“That’s too bad,” answered the Old Tiler, with ready sympathy. “Did he call you down for something?”
“Oh, no. The Chaplain was absent, and the Master asked me to act in his place.”
“Why should that embarrass you?” asked the Old Tiler, still sympathetic.
“It embarrassed me horribly to say I wouldn’t.”
“Oh, you refused?”
“Of course I refused! My embarrassment was bad enough as it was, but to get up in front of the Altar and offer a prayer! Man, I couldn’t do that!”
“You surprise me!” answered the Old Tiler. “But let that pass. Who did act as Chaplain?”
“The Master asked the speaker of the evening, some brother I never saw before. He made a beautiful prayer, too. I heard him tell the Master he didn’t know the prayer in the ritual, but the master said that didn’t matter, which I thought rather odd.”
“Can you remember what the stranger said?” asked the Old Tiler,
“Pretty well, I think” answered the New Brother. “It was not long. He went to the Altar and kneeled, and then said ‘Almighty Architect of the Universe, we, as Master Masons, standing in a Masonic Lodge erected to Thy glory, humbly petition that Thou look with favor upon this assembly of Thy children. Open our hearts that the eternal Masonic truth may find ready entry that we be enabled to make ourselves square stones, fitting in Thy sight for the great Temple, eternal in Thy heavens. We ask it in the name of the All-Seeing Eye, Amen.”
“That was a pretty prayer,” responded the Old Tiler.
“But it wasn’t the ritual prayer,” objected the New Brother.
“No, nor it wasn’t by the appointed Chaplain,” retorted the Old Tiler. “What difference does it make to God whether we pray the same prayer at every lodge opening? It must be the sincerity and the thought behind the prayer which count in His sight, not the words. But in your refusal to act as Chaplain it seems to me you put yourself in an unfortunate position. You shave yourself, don’t you?”
“Why, er, yes! What has that got to do with it?”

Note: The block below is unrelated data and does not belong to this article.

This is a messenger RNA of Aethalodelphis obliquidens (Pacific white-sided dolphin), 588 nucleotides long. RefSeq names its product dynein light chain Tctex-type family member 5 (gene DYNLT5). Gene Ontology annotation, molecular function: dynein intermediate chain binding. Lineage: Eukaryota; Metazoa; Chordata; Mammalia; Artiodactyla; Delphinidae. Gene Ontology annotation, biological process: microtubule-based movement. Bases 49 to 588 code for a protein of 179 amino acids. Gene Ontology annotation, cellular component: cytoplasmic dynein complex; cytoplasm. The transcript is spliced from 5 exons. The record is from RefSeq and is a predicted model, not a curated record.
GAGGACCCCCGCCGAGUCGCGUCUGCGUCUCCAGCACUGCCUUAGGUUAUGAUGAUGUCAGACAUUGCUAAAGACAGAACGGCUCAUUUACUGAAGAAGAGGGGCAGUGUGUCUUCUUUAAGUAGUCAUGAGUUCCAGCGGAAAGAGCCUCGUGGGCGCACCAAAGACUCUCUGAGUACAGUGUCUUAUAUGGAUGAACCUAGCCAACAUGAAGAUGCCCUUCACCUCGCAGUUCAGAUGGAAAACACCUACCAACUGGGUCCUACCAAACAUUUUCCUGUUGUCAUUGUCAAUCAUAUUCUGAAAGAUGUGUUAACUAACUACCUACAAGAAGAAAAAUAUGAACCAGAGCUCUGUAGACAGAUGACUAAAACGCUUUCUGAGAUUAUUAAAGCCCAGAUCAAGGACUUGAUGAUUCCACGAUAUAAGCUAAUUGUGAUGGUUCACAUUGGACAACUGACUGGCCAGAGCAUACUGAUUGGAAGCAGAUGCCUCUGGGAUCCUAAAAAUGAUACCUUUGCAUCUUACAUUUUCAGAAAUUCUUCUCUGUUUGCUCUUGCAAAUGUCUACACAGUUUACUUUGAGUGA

“Tomorrow morning, when you shave yourself, you’ll look in the mirror and you’ll say ‘Hello, coward!’ and that’s not nice, is it?”
“Do you think I was a coward?” asked the New Brother, wistfully.
“Scared stiff!” smiled the Old Tiler. “So conceited, so filled with the idea of all your brethren admiring you, you couldn’t bear to forget yourself, lest they falter in their admiration. Sure, that’s cowardly. You ducked a duty because of conceit!”
“Old Tiler, you use strong words! It was not conceit. It was modesty. I didn’t think I was able.”
“Don’t fool yourself! You told me you were embarrassed. Why is a man embarrassed in public? Because he is afraid he won’t do well, won’t make a good appearance, won’t succeed, will be ridiculous. So you refused the pretty compliment the Master paid you, and refused your brethren the slight service of being their mouthpiece.”
“But I never have prayed in public!”
“Neither has any other man ever prayed in public prior to his first public prayer!” grinned the Old Tiler. “But please tell me why a man should be embarrassed before God? We are taught that He knoweth all things. If we can’t conceal anything from Him, He knows all about you! A man may be ashamed of himself, sorry for what he is and has been, but embarrassed, in prayer? As for being embarrassed before your brethren, that’s conceited. Almost any man is a match for an army if he has God with him. The man on his feet who talks aloud to God has no need to consider men. If men laugh, shame to them. In all my many years as a Mason, I never yet saw any man smile or say a word of ridicule at any one’s petition to Deity. I have heard Fellow Crafts offer up a petition to Deity out loud which touched the hearts of all present who admired their fearlessness in facing the Great Architect and saying what was in their hearts. I never heard a man laugh when a Chaplain, ordained or substitute, made a petition to Deity. Whether it was the petition in the ritual, or one which came from the heart, be sure the Great Architect understood it. As for asking a blessing in the name of the All Seeing Eye, what difference does it make to God by what name we call Him? That is a good Masonic name, sanctified by the reverent hearts of generations of men and Masons.
“For your own peace of mind, tell your Master you made a mistake and that you are sorry, and that if he will honor you by giving you an opportunity to pray for yourself and your brethren, you will, in the absence of the Chaplain, do your reverent best. And when you kneel before that Altar you will forget, as all Chaplains must who mean what they say, that any listen save the One to whom the prayer is addressed!”
“Old Tiler, I’ll try to do it!” cried the New Mason.
“Humph!” grunted the Old Tiler.